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  • Barbara Jesline

Do you know: What is Space-Time

The fabric of the Universe, spacetime, is a tricky concept to understand. Space and time form a system of such staggering complexity that it may defy our most ardent efforts to understand. Until the 20th century, it was assumed that the three-dimensional geometry of the universe (its spatial expression in terms of coordinates, distances, and directions) was independent of one-dimensional time. However, in 1905, Albert Einstein based work on special relativity on two postulates:

  • The laws of physics are invariant (i.e., identical) in all inertial systems (i.e., non-accelerating frames of reference)

  • The speed of light in a vacuum is the same for all observers, regardless of the motion of the light source.


The logical consequence of taking these postulates together is the inseparable joining together of the four dimensions—hitherto assumed as independent—of space and time. Many counterintuitive consequences emerge: in addition to being independent of the motion of the light source, the speed of light has the same speed regardless of the frame of reference in which it is measured; the distances and even temporal ordering of pairs of events change when measured in different inertial frames of reference (this is the relativity of simultaneity), and the linear additivity of velocities no longer holds true.


Conceptually, the metric tensor defines how spacetime itself is curved. Its curvature is dependent on the matter, energy and stresses present within it; the contents of your Universe define its spacetime curvature. By the same token, how your Universe is curved tells you how the matter and energy are going to move through it. We like to think that an object in motion will continue in motion: Newton's first law. We conceptualize that as a straight line, but what curved space tells us is that instead an object in motion continuing in motion follows a geodesic, which is a particularly-curved line that corresponds to unaccelerated motion. Ironically, it's a geodesic, not necessarily a straight line, that is the shortest distance between two points. This shows up even on cosmic scales, where the curved spacetime due to the presence of extraordinary masses can curve the background light from behind it, sometimes into multiple images.


Physically, there are a number of different pieces that contribute to the Metric Tensor in general relativity. We think of gravity as due to masses: the locations and magnitudes of different masses determine the gravitational force. In general relativity, this corresponds to the mass density and does contribute, but it's one of only 16 components of the Metric Tensor! There are also pressure components (such as radiation pressure, vacuum pressure or pressures created by fast-moving particles) that contribute, which are three additional contributors (one for each of the three spatial directions) to the Metric Tensor. And finally, there are six other components that tell us how volumes change and deform in the presence of masses and tidal forces, along with how the shape of a moving body is distorted by those forces. This applies to everything from a planet like Earth to a neutron star to a massless wave moving through space: gravitational radiation.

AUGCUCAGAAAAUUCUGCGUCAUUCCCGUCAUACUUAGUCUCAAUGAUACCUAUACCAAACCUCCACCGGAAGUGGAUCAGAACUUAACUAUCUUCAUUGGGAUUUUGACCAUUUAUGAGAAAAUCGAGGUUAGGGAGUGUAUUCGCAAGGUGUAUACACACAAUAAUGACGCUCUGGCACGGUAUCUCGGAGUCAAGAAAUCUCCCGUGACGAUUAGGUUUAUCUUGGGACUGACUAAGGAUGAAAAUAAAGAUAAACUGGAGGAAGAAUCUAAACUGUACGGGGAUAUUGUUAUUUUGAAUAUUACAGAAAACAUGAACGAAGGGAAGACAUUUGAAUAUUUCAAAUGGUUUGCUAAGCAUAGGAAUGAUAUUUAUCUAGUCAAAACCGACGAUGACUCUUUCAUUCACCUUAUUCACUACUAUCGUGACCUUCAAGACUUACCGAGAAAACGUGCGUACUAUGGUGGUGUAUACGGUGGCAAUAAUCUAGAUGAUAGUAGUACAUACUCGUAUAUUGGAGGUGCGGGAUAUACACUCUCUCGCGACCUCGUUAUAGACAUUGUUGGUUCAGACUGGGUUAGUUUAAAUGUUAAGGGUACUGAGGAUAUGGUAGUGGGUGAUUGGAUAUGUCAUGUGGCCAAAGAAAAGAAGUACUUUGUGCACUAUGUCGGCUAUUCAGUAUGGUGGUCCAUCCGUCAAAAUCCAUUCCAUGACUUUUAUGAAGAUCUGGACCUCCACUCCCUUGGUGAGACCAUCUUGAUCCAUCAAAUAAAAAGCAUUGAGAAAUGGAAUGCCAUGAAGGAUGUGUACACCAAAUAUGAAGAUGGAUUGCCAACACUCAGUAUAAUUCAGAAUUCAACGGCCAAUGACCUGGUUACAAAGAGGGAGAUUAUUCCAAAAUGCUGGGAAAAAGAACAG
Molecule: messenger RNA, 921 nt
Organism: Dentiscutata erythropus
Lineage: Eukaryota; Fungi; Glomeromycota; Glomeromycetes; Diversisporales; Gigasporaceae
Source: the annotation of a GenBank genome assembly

In ordinary space, a position is specified by three numbers, known as dimensions. In the Cartesian coordinate system, these are called x, y, and z. A position in spacetime is called an event, and requires four numbers to be specified: the three-dimensional location in space, plus the position in time (Fig. 1). Spacetime is thus four-dimensional. An event is something that happens instantaneously at a single point in spacetime, represented by a set of coordinates x, y, z and t.

The word "event" used in relativity should not be confused with the use of the word "event" in normal conversation, where it might refer to an "event" as something such as a concert, sporting event, or a battle. These are not mathematical "events" in the way the word is used in relativity, because they have finite durations and extents. Unlike the analogies used to explain events, such as firecrackers or lightning bolts, mathematical events have zero duration and represent a single point in spacetime.


The path of a particle through spacetime can be considered to be a succession of events. The series of events can be linked together to form a line which represents a particle's progress through spacetime. That line is called the particle's world line.


Mathematically, spacetime is a manifold, which is to say, it appears locally "flat" near each point in the same way that, at small enough scales, a globe appears flat. An extremely large scale factor, {\displaystyle c} (conventionally called the speed-of-light) relates distances measured in space with distances measured in time. The magnitude of this scale factor (nearly 300,000 kilometres or 190,000 miles in space is equivalent to one second in time), along with the fact that spacetime is a manifold, implies that at ordinary, non-relativistic speeds and at ordinary, human-scale distances, there is little that humans might observe which is noticeably different from what they might observe if the world were Euclidean. It was only with the advent of sensitive scientific measurements in the mid-1800s, such as the Fizeau experiment and the Michelson–Morley experiment, those puzzling discrepancies began to be noted between observation versus predictions based on the implicit assumption of Euclidean space.